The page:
Concussions are no different.
This doesn't need to become a polarized "either you love football, or you want to pansify the game" issue. It doesn't need to become an us-versus-them fight among fans.
Football isn't going anywhere. The sooner we accept that truth, the easier it is to have an honest conversation about what we can do to make the game safer for players at all levels of competition. The more we enter the "the whole game will be destroyed and ruined forever" mindset, the harder this discussion becomes, and the more the inevitable will be played out in the courts, instead of being as proactive as Goodell and the NFL has been in the past few years.
We love big hits. There will still be big hits. But players will be trained from an early age to keep their head up and aim for the midsection. Likewise, players being tackled are going to have to learn they can't lower their head into the tackle, either.
I recently went to an elementary school football game, and noticed they called a penalty every time a player tackled without his (or her) head up. Being I couldn't see a scoreboard and had no idea what the score even was, it made a ton of sense to me. Perhaps if I had been able to see that the team was losing by three points and it was third down in the fourth quarter, I would have been a little more upset.
Funny how that works.
You're probably going to see innovations in helmet technology. Remember the "Great Gazoo" helmet that Chuck Cecil used to wear? Remember how Sterling Sharpe used to lace the back of his helmet to his shoulder pads? It kept them safer than they would have been without. Now imagine that Cecil had worn that helmet before his multiple concussions, or Sharpe had been using his laced helmet before he had already injured his neck once.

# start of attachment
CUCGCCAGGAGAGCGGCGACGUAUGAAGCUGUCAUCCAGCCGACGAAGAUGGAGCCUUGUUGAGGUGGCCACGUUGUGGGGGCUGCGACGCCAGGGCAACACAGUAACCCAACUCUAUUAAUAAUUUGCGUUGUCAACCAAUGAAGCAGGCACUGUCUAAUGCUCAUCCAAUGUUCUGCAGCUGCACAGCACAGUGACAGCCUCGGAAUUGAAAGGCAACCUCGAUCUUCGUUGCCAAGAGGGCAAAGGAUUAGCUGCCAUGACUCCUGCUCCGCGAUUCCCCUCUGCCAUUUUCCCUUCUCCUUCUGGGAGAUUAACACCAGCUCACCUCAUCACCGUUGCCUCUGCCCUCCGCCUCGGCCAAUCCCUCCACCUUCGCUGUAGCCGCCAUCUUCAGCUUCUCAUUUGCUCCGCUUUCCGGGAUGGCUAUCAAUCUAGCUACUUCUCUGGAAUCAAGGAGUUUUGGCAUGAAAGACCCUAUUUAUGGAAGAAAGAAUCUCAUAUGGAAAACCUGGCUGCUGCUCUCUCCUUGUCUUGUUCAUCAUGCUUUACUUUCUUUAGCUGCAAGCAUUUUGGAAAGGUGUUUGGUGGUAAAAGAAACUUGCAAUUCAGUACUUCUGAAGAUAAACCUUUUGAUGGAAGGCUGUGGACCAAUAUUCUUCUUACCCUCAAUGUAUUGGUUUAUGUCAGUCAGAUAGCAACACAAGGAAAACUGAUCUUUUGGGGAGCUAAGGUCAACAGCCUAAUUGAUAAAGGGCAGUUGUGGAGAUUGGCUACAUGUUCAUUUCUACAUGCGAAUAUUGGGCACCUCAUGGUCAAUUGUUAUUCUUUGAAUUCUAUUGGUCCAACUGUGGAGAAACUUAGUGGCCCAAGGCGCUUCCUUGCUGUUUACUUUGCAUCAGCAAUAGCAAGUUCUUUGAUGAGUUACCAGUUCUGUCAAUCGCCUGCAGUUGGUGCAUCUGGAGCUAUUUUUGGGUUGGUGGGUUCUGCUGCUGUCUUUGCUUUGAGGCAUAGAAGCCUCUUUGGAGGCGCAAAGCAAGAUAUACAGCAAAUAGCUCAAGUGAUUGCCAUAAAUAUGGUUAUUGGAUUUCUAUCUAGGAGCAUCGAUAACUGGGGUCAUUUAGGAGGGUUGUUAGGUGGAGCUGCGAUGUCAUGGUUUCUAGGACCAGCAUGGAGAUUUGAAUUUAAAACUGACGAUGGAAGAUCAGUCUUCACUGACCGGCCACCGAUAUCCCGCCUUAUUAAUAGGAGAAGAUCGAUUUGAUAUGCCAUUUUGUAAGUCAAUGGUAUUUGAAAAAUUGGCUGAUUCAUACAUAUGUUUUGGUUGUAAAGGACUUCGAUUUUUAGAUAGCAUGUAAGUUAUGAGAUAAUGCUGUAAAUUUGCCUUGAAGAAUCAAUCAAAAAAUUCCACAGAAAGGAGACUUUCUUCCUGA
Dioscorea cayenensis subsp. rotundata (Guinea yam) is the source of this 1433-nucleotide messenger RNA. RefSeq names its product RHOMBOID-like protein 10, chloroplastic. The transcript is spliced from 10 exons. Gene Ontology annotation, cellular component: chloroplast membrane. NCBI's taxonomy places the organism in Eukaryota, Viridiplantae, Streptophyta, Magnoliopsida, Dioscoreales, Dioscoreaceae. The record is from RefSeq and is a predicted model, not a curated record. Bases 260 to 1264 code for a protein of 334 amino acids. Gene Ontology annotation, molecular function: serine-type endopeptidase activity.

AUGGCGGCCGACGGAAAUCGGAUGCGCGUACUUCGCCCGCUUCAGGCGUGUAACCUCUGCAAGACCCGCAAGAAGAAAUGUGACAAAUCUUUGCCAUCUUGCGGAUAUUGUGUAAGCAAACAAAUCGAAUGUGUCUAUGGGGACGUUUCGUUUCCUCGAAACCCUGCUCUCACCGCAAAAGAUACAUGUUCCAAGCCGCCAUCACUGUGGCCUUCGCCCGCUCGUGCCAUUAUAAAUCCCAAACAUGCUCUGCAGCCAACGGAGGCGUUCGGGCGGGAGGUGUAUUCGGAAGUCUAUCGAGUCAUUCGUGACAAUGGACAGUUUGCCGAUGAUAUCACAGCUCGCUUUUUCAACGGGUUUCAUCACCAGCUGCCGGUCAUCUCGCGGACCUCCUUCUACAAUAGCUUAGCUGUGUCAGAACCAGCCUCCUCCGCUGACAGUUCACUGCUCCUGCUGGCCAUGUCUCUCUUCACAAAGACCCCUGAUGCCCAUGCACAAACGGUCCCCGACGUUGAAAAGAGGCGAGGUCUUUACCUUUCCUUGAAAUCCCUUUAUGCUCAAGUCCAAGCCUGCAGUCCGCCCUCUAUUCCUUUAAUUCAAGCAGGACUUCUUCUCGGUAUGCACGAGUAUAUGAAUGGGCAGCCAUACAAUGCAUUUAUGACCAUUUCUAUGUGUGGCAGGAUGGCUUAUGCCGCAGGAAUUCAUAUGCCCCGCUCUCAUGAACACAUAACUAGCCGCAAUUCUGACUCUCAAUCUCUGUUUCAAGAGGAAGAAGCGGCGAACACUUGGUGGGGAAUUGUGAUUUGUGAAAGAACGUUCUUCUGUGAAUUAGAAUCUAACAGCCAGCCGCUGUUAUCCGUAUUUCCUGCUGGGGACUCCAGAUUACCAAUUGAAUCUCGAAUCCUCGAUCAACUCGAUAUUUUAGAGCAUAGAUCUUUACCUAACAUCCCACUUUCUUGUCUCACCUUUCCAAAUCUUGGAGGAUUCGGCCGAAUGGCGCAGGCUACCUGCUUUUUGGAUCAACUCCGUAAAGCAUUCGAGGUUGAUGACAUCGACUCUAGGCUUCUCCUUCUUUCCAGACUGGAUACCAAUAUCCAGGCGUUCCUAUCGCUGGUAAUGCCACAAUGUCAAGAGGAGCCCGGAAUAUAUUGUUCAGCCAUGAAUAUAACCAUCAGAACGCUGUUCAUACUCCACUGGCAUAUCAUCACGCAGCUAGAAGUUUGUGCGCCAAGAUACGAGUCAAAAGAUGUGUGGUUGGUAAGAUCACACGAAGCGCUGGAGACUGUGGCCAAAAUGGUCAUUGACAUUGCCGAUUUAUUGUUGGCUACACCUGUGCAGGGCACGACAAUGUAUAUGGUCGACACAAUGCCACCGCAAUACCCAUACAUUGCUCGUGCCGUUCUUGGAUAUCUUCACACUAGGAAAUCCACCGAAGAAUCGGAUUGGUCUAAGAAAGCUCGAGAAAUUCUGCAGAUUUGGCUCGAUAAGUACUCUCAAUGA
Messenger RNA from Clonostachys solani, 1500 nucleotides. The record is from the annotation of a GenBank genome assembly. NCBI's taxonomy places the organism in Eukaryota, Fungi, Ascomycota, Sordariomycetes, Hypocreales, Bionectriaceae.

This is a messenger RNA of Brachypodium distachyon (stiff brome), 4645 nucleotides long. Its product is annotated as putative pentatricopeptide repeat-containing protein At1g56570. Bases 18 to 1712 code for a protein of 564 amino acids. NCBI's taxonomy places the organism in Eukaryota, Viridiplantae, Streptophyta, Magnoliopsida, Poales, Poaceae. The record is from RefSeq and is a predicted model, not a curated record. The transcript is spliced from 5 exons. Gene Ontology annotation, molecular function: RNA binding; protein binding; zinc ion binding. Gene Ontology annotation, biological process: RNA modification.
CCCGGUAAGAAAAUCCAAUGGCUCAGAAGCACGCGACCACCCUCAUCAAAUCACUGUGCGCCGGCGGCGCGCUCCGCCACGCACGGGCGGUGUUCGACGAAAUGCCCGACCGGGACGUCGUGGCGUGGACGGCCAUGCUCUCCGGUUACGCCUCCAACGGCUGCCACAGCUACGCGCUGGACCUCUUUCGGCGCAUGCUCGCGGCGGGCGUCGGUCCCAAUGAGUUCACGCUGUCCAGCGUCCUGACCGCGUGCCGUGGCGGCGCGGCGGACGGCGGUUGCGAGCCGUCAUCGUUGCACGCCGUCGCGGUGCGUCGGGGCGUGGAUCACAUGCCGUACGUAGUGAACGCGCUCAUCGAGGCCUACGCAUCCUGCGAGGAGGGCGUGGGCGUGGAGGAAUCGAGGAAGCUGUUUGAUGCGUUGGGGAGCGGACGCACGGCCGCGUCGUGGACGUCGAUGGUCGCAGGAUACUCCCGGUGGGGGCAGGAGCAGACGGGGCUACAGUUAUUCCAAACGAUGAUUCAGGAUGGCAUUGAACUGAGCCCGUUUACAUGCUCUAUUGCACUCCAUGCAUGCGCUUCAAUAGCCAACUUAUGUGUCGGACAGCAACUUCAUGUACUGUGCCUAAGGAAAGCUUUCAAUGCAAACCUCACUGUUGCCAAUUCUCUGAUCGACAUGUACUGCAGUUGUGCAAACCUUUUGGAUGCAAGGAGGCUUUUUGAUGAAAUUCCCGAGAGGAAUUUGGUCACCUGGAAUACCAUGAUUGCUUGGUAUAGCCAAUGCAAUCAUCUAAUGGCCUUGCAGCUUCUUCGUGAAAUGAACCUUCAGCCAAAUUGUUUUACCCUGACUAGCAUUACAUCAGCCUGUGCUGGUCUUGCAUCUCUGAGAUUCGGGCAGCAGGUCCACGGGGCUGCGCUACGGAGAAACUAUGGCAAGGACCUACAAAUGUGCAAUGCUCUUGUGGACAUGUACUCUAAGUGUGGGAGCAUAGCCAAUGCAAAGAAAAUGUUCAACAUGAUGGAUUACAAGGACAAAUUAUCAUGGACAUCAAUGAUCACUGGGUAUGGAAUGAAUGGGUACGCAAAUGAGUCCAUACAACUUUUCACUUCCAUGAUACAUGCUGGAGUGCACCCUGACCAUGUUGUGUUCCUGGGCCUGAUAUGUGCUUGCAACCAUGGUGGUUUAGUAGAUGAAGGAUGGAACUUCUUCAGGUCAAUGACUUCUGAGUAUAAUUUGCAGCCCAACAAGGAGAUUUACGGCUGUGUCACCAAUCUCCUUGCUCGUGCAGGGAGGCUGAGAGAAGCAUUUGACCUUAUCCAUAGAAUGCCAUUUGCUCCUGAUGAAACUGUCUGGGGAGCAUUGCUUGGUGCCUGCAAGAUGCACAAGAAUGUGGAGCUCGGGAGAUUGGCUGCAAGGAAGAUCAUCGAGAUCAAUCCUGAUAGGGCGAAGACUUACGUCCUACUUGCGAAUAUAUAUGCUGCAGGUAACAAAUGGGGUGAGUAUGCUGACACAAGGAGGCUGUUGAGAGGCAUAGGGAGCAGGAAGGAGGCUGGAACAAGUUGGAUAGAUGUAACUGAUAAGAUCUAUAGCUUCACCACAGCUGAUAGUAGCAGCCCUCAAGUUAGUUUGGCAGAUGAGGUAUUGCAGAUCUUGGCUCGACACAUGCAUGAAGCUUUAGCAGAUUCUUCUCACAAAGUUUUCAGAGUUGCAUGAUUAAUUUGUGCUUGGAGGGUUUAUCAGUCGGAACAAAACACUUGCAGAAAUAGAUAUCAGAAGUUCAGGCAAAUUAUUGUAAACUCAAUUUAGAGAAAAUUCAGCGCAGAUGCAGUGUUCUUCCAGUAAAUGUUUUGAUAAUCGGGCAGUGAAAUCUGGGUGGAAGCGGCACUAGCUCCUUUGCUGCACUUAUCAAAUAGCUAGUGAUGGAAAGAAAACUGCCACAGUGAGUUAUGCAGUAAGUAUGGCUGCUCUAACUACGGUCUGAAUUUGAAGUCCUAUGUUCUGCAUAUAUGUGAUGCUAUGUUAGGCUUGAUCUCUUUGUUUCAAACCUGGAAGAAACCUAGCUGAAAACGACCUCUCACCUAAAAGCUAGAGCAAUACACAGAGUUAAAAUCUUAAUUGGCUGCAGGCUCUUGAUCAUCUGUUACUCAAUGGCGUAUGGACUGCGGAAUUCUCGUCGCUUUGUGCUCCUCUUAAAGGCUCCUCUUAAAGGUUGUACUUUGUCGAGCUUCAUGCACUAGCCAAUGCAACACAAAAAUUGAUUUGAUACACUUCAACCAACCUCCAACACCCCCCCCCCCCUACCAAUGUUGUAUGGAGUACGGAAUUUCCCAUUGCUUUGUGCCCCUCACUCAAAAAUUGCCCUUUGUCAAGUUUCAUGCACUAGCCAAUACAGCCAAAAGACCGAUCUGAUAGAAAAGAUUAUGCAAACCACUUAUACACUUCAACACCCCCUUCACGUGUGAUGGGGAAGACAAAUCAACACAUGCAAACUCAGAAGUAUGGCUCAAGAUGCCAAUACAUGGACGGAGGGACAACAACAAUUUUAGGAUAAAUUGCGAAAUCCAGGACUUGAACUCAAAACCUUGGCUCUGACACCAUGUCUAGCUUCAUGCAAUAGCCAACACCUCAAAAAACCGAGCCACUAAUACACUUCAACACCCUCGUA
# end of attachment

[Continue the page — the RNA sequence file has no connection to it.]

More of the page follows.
In the end, you're going to see the NFL coming forward and being completely honest with every rookie about the dangers they will face, long-term, as an NFL player. And they will ask every rookie to sign some form of waiver that states that they understand that risk. And they will bring in Willie Wood and other former players to let them know exactly what they might look like in 30 years.
But in the end, the vast majority of those players will still sign the waiver and take the risk. Football is a game of passion and playing in the NFL is a lifelong dream. Football isn't going anywhere.
We might have to reminisce of those glorious days in the 70's and 80's, when foolishly dangerous hits to the head were commonplace and we expected woozy players to get right back out on the field after some smelling salts. Those days are already gone and aren't returning. Ever.
The sport has evolved from a bunch of guys bumbling across the field in leather helmets and little else in terms of protection. How many people called players "wimps" for wearing those big, heavy plastic helmets and shoulder pads when they first came out?
The game evolves, not just for high-flying offenses and exotic defenses, but for safety.